SPACE CENTER HOUSTON
Meanwhile, the Mid-Hudson Children’s Museum used its closure in 2020 to begin a long-planned transition to becoming a more hands-on science center. To jump-start its science programming while the building was closed, the museum bought a van and partnered with NASA to turn it into a mobile, pop-up museum for outdoor, space-related demonstrations and activities.
As difficult as the pandemic has been, it’s also given science museums an opportunity to make long-needed changes and pursue long-standing goals. Even before COVID-19 emerged, the Center of Science and Industry, or COSI, in Columbus, Ohio, had been wanting to find new ways to get out into the community. “Yes, we want to sell tickets to our building,” says Frederic Bertley, COSI’s president and CEO. “But we have to be more than that.”
When COSI closed in March 2020, its staff rolled out an assortment of digital offerings — and launched a TV show — but the team also wanted to re-create the hands-on, tactile experiences that have long been the cornerstone of science museums. The solution was an assortment of COSI Connects kits.
Each kit has five hands-on activities for kids that revolve around a theme: nature, water, space, dinosaurs or the human body. The kits can be purchased online, and COSI distributes them for free through food banks, Boys & Girls Clubs, homeless shelters and other organizations. The museum is in discussions to distribute them through school districts in Ohio and several other states.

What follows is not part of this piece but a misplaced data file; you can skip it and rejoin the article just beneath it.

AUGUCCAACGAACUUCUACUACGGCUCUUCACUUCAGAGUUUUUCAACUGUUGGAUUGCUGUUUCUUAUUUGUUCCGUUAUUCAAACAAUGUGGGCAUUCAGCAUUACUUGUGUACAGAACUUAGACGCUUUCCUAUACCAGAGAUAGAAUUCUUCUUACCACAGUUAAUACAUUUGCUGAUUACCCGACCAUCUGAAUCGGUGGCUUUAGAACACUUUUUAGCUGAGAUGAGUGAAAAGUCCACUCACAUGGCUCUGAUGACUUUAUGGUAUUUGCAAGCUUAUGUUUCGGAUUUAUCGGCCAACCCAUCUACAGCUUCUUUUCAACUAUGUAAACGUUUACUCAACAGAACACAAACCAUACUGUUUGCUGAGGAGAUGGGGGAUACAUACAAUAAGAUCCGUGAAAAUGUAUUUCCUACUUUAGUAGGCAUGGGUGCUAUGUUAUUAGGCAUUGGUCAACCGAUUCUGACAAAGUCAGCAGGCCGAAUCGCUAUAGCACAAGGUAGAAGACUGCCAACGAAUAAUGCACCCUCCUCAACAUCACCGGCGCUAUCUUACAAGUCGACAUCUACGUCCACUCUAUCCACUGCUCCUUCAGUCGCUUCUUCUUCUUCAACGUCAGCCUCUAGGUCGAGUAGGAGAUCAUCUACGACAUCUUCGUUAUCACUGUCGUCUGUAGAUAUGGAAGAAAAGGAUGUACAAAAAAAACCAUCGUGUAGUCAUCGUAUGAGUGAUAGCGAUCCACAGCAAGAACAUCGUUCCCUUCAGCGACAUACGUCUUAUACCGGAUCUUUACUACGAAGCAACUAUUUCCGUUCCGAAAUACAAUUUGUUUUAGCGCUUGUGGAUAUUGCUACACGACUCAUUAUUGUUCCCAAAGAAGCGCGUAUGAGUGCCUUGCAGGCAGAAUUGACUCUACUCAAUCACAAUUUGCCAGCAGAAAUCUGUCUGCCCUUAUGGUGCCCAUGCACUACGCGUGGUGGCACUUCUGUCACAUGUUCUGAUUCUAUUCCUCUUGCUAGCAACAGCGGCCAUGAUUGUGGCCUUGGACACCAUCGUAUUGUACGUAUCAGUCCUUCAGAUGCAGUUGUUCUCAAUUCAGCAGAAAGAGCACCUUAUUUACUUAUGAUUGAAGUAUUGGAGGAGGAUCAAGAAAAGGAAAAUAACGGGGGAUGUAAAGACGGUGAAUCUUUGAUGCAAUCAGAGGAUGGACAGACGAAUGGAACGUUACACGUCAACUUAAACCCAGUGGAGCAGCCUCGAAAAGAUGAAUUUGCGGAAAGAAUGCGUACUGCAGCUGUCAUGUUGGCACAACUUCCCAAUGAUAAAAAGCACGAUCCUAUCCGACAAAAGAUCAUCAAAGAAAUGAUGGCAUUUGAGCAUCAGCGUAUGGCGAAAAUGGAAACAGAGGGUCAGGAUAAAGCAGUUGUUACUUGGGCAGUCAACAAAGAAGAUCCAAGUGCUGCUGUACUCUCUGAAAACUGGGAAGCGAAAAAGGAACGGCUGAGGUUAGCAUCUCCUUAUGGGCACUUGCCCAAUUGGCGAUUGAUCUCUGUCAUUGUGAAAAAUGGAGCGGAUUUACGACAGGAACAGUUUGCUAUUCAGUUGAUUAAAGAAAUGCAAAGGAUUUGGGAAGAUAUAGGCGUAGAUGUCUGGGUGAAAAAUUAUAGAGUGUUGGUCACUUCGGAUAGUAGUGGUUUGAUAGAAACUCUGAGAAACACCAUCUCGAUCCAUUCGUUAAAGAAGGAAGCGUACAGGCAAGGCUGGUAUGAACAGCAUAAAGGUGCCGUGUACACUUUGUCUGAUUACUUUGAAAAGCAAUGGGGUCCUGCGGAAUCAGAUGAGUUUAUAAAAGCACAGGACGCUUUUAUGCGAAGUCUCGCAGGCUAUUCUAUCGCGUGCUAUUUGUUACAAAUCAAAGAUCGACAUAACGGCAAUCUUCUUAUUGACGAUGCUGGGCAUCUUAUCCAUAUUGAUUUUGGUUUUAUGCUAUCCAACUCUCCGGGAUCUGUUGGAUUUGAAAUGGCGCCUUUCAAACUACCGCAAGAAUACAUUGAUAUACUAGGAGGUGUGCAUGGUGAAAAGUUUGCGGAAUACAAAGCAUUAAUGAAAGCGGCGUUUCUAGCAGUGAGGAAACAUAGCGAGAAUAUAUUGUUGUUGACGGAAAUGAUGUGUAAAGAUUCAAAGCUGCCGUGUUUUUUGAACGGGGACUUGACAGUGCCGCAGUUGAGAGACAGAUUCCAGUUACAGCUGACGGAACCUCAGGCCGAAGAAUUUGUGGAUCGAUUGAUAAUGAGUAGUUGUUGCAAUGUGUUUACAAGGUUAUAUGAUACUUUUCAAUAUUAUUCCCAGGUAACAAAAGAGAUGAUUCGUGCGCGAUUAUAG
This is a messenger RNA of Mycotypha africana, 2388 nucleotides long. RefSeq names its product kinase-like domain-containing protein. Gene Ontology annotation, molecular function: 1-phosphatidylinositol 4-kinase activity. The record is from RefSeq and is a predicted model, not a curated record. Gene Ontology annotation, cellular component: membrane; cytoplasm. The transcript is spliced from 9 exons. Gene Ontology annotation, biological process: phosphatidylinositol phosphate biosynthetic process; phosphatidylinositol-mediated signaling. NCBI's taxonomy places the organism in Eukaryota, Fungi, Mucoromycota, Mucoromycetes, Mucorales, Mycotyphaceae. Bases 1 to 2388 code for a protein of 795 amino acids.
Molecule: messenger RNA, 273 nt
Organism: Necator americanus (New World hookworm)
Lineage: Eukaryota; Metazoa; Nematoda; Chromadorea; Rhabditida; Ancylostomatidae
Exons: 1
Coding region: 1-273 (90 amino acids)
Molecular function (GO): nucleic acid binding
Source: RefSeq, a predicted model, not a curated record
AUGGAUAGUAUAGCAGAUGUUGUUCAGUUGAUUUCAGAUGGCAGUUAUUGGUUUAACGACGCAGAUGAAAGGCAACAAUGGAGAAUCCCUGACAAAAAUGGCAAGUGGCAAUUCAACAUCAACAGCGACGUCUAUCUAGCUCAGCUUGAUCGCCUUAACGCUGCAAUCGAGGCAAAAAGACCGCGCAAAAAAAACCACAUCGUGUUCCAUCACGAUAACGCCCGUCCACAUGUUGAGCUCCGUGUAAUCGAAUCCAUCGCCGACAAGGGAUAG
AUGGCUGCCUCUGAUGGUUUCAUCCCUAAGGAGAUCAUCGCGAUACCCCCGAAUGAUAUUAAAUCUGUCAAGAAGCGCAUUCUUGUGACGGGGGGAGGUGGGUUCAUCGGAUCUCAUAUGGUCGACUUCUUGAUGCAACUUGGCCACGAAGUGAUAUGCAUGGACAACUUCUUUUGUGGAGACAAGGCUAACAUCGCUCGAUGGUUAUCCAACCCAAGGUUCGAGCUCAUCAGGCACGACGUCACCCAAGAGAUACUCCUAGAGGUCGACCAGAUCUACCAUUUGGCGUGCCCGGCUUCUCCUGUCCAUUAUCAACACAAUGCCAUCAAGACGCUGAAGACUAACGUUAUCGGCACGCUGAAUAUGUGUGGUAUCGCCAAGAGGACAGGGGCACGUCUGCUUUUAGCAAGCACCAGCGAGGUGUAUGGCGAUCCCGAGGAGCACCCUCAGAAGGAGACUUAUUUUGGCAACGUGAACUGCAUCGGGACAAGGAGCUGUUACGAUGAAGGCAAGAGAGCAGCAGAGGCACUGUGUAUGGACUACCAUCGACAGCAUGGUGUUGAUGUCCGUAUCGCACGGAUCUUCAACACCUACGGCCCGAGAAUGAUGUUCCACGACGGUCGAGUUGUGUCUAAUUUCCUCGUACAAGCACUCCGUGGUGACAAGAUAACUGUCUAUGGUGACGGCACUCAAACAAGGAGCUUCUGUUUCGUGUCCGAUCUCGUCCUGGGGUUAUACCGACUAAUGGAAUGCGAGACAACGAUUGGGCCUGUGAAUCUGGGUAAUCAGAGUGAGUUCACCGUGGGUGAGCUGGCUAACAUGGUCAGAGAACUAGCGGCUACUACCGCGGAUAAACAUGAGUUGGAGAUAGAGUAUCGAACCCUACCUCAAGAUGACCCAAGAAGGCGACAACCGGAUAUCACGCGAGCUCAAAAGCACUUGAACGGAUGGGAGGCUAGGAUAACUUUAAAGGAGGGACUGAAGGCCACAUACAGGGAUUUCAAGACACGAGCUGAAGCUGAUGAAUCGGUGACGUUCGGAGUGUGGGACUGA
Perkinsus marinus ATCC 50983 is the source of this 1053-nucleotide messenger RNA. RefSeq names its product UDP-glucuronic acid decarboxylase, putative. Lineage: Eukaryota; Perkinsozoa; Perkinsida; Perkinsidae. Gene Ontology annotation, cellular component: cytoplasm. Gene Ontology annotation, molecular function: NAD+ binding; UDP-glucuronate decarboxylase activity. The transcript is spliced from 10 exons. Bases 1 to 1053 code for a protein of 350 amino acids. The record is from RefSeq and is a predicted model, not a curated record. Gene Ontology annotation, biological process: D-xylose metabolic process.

“We weren’t trying to make money off of this,” Bertley says. “We were trying to make sure that COSI was still relevant, that a state-of-the-art science museum still had a fundamental role in society, even though we were closed.” COSI plans to continue offering the kits when the building reopens in early June. “This is how we can have a beyond-Ohio impact,” Bertley says.
Indeed, museums are discovering that untethering their programs from their physical buildings has expanded their reach. At the California Academy of Sciences, a pre-pandemic, in-person NightLife event typically attracted roughly 1,700 people. NightSchool, the virtual version, averages more than 10,000 views per installment. These events are free; they don’t bring in money. But, says senior digital engagement and community manager Laurel Allen, “we’ve been able to build bigger communities.”
Although the academy initially thought of its online events as a stopgap measure, it has decided to continue them in some form now that the museum has reopened. The majority of viewers are outside the Bay Area and are unlikely to make regular in-person visits.